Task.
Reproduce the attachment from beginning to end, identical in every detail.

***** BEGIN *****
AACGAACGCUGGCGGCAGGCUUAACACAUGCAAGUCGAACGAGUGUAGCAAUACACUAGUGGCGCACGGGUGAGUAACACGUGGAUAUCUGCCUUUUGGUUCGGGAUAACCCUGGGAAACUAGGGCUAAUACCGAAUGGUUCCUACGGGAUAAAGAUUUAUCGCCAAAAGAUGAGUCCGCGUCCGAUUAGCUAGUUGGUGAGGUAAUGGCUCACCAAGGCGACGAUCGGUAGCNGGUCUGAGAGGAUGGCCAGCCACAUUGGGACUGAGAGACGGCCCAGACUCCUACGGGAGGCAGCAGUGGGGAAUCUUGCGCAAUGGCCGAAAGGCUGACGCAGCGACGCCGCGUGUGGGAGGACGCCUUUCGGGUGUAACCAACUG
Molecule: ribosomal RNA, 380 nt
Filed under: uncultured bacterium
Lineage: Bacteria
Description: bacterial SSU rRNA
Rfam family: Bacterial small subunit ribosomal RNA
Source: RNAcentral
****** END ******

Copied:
AACGAACGCUGGCGGCAGGCUUAACACAUGCAAGUCGAACGAGUGUAGCAAUACACUAGUGGCGCACGGGUGAGUAACACGUGGAUAUCUGCCUUUUGGUUCGGGAUAACCCUGGGAAACUAGGGCUAAUACCGAAUGGUUCCUACGGGAUAAAGAUUUAUCGCCAAAAGAUGAGUCCGCGUCCGAUUAGCUAGUUGGUGAGGUAAUGGCUCACCAAGGCGACGAUCGGUAGCNGGUCUGAGAGGAUGGCCAGCCACAUUGGGACUGAGAGACGGCCCAGACUCCUACGGGAGGCAGCAGUGGGGAAUCUUGCGCAAUGGCCGAAAGGCUGACGCAGCGACGCCGCGUGUGGGAGGACGCCUUUCGGGUGUAACCAACUG
Molecule: ribosomal RNA, 380 nt
Filed under: uncultured bacterium
Lineage: Bacteria
Description: bacterial SSU rRNA
Rfam family: Bacterial small subunit ribosomal RNA
Source: RNAcentral